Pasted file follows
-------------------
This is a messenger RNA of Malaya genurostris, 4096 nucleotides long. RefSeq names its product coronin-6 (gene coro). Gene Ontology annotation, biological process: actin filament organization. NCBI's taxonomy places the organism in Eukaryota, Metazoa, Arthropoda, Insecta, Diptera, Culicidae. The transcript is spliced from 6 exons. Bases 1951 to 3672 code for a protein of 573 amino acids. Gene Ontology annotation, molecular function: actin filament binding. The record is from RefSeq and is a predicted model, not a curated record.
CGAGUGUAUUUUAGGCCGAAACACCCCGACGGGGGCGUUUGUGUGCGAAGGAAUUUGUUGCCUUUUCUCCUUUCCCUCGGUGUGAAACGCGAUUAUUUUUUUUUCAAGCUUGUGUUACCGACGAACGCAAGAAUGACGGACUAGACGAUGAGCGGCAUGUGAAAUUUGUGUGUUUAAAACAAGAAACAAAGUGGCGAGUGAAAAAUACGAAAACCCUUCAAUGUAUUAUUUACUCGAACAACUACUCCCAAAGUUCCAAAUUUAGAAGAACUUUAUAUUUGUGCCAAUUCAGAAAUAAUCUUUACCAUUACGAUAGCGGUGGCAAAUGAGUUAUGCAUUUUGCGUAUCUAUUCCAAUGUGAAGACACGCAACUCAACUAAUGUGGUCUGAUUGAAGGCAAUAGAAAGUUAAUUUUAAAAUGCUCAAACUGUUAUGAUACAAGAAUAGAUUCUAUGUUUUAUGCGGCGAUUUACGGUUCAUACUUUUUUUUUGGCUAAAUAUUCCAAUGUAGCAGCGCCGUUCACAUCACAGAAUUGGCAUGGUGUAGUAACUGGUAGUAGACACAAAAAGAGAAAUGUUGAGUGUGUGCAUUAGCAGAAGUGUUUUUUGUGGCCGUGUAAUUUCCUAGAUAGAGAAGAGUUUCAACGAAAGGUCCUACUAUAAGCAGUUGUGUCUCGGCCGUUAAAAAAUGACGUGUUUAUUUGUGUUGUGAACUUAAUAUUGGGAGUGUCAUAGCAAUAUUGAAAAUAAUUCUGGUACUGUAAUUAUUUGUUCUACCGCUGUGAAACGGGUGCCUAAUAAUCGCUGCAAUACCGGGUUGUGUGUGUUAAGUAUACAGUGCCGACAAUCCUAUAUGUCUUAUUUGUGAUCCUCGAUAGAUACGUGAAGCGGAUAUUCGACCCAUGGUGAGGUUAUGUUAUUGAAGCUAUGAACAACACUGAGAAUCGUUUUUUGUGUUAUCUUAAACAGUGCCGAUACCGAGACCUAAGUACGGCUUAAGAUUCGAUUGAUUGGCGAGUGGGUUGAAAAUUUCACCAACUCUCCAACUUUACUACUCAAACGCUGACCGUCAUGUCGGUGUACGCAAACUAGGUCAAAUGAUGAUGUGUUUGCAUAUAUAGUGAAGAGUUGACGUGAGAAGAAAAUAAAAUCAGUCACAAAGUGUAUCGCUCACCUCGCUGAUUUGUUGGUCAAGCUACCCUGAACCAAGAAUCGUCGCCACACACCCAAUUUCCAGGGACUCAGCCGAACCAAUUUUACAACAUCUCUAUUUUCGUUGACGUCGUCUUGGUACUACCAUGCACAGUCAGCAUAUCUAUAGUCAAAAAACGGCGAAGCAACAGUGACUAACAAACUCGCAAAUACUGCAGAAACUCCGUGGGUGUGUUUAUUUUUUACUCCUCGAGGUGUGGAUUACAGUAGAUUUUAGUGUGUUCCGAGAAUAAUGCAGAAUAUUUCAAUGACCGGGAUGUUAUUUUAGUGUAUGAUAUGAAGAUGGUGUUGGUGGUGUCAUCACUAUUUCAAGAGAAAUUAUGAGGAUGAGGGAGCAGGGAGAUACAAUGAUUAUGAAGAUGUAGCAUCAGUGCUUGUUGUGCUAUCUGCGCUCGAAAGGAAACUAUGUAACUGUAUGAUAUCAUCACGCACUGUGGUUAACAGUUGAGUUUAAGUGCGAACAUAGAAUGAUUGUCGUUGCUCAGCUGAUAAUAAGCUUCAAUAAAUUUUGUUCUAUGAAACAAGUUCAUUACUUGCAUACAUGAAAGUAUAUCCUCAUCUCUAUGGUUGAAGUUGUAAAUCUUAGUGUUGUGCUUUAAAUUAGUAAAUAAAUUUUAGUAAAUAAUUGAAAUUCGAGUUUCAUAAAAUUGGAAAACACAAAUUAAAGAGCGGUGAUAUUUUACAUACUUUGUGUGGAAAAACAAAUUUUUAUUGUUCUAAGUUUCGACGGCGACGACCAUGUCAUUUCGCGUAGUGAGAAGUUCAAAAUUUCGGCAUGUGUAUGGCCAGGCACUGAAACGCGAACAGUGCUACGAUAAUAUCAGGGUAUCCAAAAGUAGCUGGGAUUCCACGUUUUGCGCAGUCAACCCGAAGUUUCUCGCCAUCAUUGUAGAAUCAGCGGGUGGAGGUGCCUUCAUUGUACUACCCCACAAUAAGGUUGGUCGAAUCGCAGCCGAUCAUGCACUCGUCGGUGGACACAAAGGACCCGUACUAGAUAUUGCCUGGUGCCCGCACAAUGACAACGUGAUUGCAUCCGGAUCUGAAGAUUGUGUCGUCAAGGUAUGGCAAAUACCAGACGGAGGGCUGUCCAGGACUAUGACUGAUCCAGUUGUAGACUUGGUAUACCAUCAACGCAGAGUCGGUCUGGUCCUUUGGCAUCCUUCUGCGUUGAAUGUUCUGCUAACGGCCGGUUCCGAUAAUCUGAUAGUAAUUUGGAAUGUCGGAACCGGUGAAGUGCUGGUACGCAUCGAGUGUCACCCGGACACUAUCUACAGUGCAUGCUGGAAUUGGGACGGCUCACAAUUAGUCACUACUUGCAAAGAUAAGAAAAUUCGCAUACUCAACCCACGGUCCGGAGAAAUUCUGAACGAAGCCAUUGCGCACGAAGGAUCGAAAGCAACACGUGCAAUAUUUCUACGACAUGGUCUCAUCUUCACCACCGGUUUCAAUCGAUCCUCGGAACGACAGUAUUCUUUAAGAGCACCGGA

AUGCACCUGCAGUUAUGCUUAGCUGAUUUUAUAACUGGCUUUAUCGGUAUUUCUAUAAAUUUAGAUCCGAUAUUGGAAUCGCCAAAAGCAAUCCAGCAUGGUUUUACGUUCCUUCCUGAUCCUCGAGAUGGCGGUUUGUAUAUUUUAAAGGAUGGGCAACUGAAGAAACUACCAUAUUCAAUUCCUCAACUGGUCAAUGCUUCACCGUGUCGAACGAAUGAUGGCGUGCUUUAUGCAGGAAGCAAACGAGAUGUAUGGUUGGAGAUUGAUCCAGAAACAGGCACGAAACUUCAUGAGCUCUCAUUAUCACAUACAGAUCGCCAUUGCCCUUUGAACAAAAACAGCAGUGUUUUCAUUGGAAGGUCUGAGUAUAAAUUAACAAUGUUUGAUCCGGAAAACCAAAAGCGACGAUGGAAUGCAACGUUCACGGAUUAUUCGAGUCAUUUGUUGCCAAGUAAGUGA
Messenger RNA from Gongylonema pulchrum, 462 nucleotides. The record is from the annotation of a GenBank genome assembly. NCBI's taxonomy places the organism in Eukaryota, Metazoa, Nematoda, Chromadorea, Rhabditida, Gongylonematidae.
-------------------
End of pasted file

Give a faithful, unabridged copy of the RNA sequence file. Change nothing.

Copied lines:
This is a messenger RNA of Malaya genurostris, 4096 nucleotides long. RefSeq names its product coronin-6 (gene coro). Gene Ontology annotation, biological process: actin filament organization. NCBI's taxonomy places the organism in Eukaryota, Metazoa, Arthropoda, Insecta, Diptera, Culicidae. The transcript is spliced from 6 exons. Bases 1951 to 3672 code for a protein of 573 amino acids. Gene Ontology annotation, molecular function: actin filament binding. The record is from RefSeq and is a predicted model, not a curated record.
CGAGUGUAUUUUAGGCCGAAACACCCCGACGGGGGCGUUUGUGUGCGAAGGAAUUUGUUGCCUUUUCUCCUUUCCCUCGGUGUGAAACGCGAUUAUUUUUUUUUCAAGCUUGUGUUACCGACGAACGCAAGAAUGACGGACUAGACGAUGAGCGGCAUGUGAAAUUUGUGUGUUUAAAACAAGAAACAAAGUGGCGAGUGAAAAAUACGAAAACCCUUCAAUGUAUUAUUUACUCGAACAACUACUCCCAAAGUUCCAAAUUUAGAAGAACUUUAUAUUUGUGCCAAUUCAGAAAUAAUCUUUACCAUUACGAUAGCGGUGGCAAAUGAGUUAUGCAUUUUGCGUAUCUAUUCCAAUGUGAAGACACGCAACUCAACUAAUGUGGUCUGAUUGAAGGCAAUAGAAAGUUAAUUUUAAAAUGCUCAAACUGUUAUGAUACAAGAAUAGAUUCUAUGUUUUAUGCGGCGAUUUACGGUUCAUACUUUUUUUUUGGCUAAAUAUUCCAAUGUAGCAGCGCCGUUCACAUCACAGAAUUGGCAUGGUGUAGUAACUGGUAGUAGACACAAAAAGAGAAAUGUUGAGUGUGUGCAUUAGCAGAAGUGUUUUUUGUGGCCGUGUAAUUUCCUAGAUAGAGAAGAGUUUCAACGAAAGGUCCUACUAUAAGCAGUUGUGUCUCGGCCGUUAAAAAAUGACGUGUUUAUUUGUGUUGUGAACUUAAUAUUGGGAGUGUCAUAGCAAUAUUGAAAAUAAUUCUGGUACUGUAAUUAUUUGUUCUACCGCUGUGAAACGGGUGCCUAAUAAUCGCUGCAAUACCGGGUUGUGUGUGUUAAGUAUACAGUGCCGACAAUCCUAUAUGUCUUAUUUGUGAUCCUCGAUAGAUACGUGAAGCGGAUAUUCGACCCAUGGUGAGGUUAUGUUAUUGAAGCUAUGAACAACACUGAGAAUCGUUUUUUGUGUUAUCUUAAACAGUGCCGAUACCGAGACCUAAGUACGGCUUAAGAUUCGAUUGAUUGGCGAGUGGGUUGAAAAUUUCACCAACUCUCCAACUUUACUACUCAAACGCUGACCGUCAUGUCGGUGUACGCAAACUAGGUCAAAUGAUGAUGUGUUUGCAUAUAUAGUGAAGAGUUGACGUGAGAAGAAAAUAAAAUCAGUCACAAAGUGUAUCGCUCACCUCGCUGAUUUGUUGGUCAAGCUACCCUGAACCAAGAAUCGUCGCCACACACCCAAUUUCCAGGGACUCAGCCGAACCAAUUUUACAACAUCUCUAUUUUCGUUGACGUCGUCUUGGUACUACCAUGCACAGUCAGCAUAUCUAUAGUCAAAAAACGGCGAAGCAACAGUGACUAACAAACUCGCAAAUACUGCAGAAACUCCGUGGGUGUGUUUAUUUUUUACUCCUCGAGGUGUGGAUUACAGUAGAUUUUAGUGUGUUCCGAGAAUAAUGCAGAAUAUUUCAAUGACCGGGAUGUUAUUUUAGUGUAUGAUAUGAAGAUGGUGUUGGUGGUGUCAUCACUAUUUCAAGAGAAAUUAUGAGGAUGAGGGAGCAGGGAGAUACAAUGAUUAUGAAGAUGUAGCAUCAGUGCUUGUUGUGCUAUCUGCGCUCGAAAGGAAACUAUGUAACUGUAUGAUAUCAUCACGCACUGUGGUUAACAGUUGAGUUUAAGUGCGAACAUAGAAUGAUUGUCGUUGCUCAGCUGAUAAUAAGCUUCAAUAAAUUUUGUUCUAUGAAACAAGUUCAUUACUUGCAUACAUGAAAGUAUAUCCUCAUCUCUAUGGUUGAAGUUGUAAAUCUUAGUGUUGUGCUUUAAAUUAGUAAAUAAAUUUUAGUAAAUAAUUGAAAUUCGAGUUUCAUAAAAUUGGAAAACACAAAUUAAAGAGCGGUGAUAUUUUACAUACUUUGUGUGGAAAAACAAAUUUUUAUUGUUCUAAGUUUCGACGGCGACGACCAUGUCAUUUCGCGUAGUGAGAAGUUCAAAAUUUCGGCAUGUGUAUGGCCAGGCACUGAAACGCGAACAGUGCUACGAUAAUAUCAGGGUAUCCAAAAGUAGCUGGGAUUCCACGUUUUGCGCAGUCAACCCGAAGUUUCUCGCCAUCAUUGUAGAAUCAGCGGGUGGAGGUGCCUUCAUUGUACUACCCCACAAUAAGGUUGGUCGAAUCGCAGCCGAUCAUGCACUCGUCGGUGGACACAAAGGACCCGUACUAGAUAUUGCCUGGUGCCCGCACAAUGACAACGUGAUUGCAUCCGGAUCUGAAGAUUGUGUCGUCAAGGUAUGGCAAAUACCAGACGGAGGGCUGUCCAGGACUAUGACUGAUCCAGUUGUAGACUUGGUAUACCAUCAACGCAGAGUCGGUCUGGUCCUUUGGCAUCCUUCUGCGUUGAAUGUUCUGCUAACGGCCGGUUCCGAUAAUCUGAUAGUAAUUUGGAAUGUCGGAACCGGUGAAGUGCUGGUACGCAUCGAGUGUCACCCGGACACUAUCUACAGUGCAUGCUGGAAUUGGGACGGCUCACAAUUAGUCACUACUUGCAAAGAUAAGAAAAUUCGCAUACUCAACCCACGGUCCGGAGAAAUUCUGAACGAAGCCAUUGCGCACGAAGGAUCGAAAGCAACACGUGCAAUAUUUCUACGACAUGGUCUCAUCUUCACCACCGGUUUCAAUCGAUCCUCGGAACGACAGUAUUCUUUAAGAGCACCGGA

AUGCACCUGCAGUUAUGCUUAGCUGAUUUUAUAACUGGCUUUAUCGGUAUUUCUAUAAAUUUAGAUCCGAUAUUGGAAUCGCCAAAAGCAAUCCAGCAUGGUUUUACGUUCCUUCCUGAUCCUCGAGAUGGCGGUUUGUAUAUUUUAAAGGAUGGGCAACUGAAGAAACUACCAUAUUCAAUUCCUCAACUGGUCAAUGCUUCACCGUGUCGAACGAAUGAUGGCGUGCUUUAUGCAGGAAGCAAACGAGAUGUAUGGUUGGAGAUUGAUCCAGAAACAGGCACGAAACUUCAUGAGCUCUCAUUAUCACAUACAGAUCGCCAUUGCCCUUUGAACAAAAACAGCAGUGUUUUCAUUGGAAGGUCUGAGUAUAAAUUAACAAUGUUUGAUCCGGAAAACCAAAAGCGACGAUGGAAUGCAACGUUCACGGAUUAUUCGAGUCAUUUGUUGCCAAGUAAGUGA
Messenger RNA from Gongylonema pulchrum, 462 nucleotides. The record is from the annotation of a GenBank genome assembly. NCBI's taxonomy places the organism in Eukaryota, Metazoa, Nematoda, Chromadorea, Rhabditida, Gongylonematidae.